By Zoe Shepherd
I am a much happier soul when I am working with others. Sharing my thoughts and listening to the much better ideas other people have. At the right time it can be an unbelievably useful teaching strategy but group work still scares people. Do not be afraid – get involved.
Group work can be the most rewarding yet stressful of activities for teachers and students alike. Teachers can worry about classroom management and the activity being ‘worth it’. Students can be concerned about who they will work with and what they will be asked to do. As a Drama teacher this is my bread and butter, the most essential part of my planning to ensure the best outcomes for my students. Over the years I have observed a lot of lessons in all subject areas and developed my own practice so that I do the right thing at the right time. So here are a few of my top tips for group work.
- Until you are confident that you know and understand the class do not let them choose who they work with. You can destroy the self-esteem of the student who is left out.
- Decide what you want out of the task and then select the groups so that you get the outcome you want.
- Allocate roles and expect every child to play an active part in the group task.
- Use different methods to put students into groups so that it is interesting – jigsaws, lolly sticks, birthdays, numbers, ability, gender.
- Think about it and don’t leave it to the last minute to make your decisions.
This is what other Beaumont staff have to say:
Ed Panting (PE): “I try to use coaches / experts to lead small groups for reinforcement of basic skills. For example working in groups of 4-6 I might use a basketball team player to ‘coach/teach’ the rest of the group to lay the ball up, that team then goes into game play against the other groups. The team stay together for the activity unit so the leader has time to develop his team. By adding in the competitive element I find the leaders really invest in their team because the better they teach them the more likely they are to win in the games. Everyone benefits; bottom end get more direct feedback and coaching than if it just came from one source so tend to make better progress; top end are reinforcing and enriching their knowledge by delivering the information in a way that less able pupils can access. It also develops skills for success and general social skills.”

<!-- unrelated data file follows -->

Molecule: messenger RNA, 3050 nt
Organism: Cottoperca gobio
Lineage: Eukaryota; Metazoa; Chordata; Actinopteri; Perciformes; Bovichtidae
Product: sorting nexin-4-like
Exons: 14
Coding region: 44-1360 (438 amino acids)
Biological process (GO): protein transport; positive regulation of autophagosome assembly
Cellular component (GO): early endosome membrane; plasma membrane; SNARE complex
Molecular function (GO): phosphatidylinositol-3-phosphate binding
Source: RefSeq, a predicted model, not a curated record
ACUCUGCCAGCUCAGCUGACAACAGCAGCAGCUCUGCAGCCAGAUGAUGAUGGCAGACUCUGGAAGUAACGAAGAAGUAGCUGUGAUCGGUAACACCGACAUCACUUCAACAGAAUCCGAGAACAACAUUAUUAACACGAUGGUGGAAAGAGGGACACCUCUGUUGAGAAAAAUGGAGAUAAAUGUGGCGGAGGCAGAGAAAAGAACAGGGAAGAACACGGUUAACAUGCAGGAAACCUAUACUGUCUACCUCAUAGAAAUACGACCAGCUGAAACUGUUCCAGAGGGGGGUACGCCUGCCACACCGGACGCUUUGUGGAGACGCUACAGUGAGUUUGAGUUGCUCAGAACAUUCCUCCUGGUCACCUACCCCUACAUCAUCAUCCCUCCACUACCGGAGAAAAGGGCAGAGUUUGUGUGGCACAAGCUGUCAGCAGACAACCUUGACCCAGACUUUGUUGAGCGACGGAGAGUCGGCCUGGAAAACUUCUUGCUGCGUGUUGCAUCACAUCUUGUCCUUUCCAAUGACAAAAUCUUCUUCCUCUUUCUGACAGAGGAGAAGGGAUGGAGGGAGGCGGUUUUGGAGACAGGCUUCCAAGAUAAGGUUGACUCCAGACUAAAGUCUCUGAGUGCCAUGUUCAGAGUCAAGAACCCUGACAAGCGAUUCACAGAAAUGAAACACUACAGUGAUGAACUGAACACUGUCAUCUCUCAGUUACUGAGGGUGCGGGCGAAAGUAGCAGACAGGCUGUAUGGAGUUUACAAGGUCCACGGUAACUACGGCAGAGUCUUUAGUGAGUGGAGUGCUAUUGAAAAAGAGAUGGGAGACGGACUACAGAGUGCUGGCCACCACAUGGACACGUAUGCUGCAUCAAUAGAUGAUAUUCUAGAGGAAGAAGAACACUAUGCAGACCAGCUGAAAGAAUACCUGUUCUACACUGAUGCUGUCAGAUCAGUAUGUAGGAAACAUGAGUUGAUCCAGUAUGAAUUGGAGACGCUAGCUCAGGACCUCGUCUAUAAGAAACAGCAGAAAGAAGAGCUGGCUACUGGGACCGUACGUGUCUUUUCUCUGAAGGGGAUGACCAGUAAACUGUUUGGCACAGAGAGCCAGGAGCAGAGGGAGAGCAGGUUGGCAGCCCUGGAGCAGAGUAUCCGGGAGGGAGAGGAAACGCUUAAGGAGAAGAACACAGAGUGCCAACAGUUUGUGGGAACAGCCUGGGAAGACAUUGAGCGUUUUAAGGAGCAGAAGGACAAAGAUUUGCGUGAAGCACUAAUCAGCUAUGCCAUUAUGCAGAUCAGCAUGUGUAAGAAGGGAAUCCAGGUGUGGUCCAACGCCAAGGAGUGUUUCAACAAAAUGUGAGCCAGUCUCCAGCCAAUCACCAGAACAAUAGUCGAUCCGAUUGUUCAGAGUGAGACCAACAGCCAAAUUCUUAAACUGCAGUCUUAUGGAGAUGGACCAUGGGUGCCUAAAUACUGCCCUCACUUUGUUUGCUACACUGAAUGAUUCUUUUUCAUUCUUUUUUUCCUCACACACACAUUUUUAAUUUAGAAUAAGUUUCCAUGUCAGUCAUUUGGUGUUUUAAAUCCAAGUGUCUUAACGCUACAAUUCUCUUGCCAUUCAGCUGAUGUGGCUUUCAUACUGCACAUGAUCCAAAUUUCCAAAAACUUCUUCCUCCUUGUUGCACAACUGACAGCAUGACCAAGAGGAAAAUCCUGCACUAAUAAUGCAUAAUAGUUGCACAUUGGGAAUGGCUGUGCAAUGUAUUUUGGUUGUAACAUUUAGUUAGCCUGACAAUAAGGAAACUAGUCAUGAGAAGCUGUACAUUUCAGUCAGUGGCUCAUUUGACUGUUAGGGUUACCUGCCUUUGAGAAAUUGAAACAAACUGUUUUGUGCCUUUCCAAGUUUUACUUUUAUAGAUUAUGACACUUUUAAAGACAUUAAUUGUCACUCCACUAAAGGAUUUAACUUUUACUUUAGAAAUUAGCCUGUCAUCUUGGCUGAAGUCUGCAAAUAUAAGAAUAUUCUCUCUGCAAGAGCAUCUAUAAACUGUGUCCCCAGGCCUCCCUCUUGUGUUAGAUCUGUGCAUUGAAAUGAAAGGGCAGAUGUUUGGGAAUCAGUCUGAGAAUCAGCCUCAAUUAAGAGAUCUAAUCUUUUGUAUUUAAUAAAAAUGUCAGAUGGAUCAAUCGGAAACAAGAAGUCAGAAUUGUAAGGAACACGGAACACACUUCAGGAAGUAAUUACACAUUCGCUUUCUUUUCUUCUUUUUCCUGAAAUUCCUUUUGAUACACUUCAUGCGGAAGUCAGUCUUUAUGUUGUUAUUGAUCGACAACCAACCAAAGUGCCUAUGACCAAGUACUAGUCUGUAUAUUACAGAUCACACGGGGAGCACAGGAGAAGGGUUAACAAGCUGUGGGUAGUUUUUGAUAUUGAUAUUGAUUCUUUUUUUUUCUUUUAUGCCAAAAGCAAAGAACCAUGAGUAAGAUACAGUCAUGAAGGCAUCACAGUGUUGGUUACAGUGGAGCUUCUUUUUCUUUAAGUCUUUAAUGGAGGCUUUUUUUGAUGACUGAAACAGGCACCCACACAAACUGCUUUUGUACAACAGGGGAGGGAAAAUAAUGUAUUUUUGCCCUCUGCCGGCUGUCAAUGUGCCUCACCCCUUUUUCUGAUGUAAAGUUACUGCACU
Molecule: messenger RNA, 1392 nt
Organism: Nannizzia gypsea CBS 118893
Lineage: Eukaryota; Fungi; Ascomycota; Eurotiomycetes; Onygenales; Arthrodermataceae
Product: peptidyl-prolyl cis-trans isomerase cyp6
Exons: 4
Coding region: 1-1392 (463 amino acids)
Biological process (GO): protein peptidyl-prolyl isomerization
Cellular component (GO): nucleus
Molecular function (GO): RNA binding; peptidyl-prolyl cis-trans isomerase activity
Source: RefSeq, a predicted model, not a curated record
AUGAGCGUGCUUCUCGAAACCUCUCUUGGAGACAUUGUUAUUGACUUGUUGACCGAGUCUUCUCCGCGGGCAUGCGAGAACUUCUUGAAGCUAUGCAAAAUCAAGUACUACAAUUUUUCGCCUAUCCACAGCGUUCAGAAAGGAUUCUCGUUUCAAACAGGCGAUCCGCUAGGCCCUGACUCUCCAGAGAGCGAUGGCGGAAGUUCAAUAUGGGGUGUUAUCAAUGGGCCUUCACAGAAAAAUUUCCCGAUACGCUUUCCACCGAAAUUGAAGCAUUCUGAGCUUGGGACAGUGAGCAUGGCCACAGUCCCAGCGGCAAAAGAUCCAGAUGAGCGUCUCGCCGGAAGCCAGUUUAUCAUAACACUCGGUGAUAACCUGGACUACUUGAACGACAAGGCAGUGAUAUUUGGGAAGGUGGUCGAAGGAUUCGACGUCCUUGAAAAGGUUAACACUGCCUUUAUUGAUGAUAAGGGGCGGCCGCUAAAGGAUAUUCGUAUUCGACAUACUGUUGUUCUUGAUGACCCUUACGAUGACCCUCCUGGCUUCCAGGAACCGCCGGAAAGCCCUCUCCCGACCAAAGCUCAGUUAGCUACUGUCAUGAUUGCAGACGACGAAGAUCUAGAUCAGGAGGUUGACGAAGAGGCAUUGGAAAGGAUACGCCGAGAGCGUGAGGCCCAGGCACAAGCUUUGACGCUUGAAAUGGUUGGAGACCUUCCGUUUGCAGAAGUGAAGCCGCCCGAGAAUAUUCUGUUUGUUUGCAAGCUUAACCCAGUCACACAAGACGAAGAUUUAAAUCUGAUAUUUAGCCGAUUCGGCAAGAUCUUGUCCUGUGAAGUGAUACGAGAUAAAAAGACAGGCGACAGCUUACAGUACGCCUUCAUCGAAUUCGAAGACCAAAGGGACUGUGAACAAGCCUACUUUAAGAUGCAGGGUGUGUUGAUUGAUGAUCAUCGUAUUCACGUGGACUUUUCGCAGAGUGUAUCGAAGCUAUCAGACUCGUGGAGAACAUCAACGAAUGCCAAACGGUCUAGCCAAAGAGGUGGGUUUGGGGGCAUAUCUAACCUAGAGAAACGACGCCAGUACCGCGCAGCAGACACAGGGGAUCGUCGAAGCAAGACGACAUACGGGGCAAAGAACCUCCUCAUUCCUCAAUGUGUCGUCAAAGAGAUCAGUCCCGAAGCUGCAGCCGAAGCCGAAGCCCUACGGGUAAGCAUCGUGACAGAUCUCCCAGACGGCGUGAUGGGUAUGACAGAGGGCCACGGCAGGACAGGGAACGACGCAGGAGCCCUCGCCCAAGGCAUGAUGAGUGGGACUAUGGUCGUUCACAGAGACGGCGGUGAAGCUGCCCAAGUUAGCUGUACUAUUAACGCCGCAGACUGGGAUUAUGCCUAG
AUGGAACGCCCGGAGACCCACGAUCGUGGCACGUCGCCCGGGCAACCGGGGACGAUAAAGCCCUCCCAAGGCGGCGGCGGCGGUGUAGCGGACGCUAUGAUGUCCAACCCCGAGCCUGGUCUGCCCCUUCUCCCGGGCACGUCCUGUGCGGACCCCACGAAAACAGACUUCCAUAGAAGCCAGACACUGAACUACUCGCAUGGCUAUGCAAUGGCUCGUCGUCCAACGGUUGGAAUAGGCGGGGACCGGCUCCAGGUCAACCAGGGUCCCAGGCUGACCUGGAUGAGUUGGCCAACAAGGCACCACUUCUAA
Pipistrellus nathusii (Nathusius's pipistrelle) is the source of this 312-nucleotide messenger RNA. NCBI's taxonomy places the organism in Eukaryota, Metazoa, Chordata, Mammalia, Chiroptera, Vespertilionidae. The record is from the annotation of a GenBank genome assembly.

Susan Kent (Geography): “Give them a large piece of sugar paper to make notes on during their discussion, and a different coloured pen each to ensure everyone takes part by the end of the discussion the sugar paper must have every colour pen on it. If possible have your seating plan arranged in a way that means group working is easy ie. four in the same row/behind in front of each other which means mixed ability/boy & girl mix is easy to do.”
Eva Janoskova (English): “Have clear job descriptions (scribe, spokesperson, researcher etc.). Appoint spies who jot down the best ideas from each group.”
Liz Cleverley (PSHE and Maths): “Make it clear if there are defined roles so the group can use the strengths of individuals. Use a visual countdown timer – if they get lost in a task they can lose track of time. Mix the genders and also SEND and gifted students.”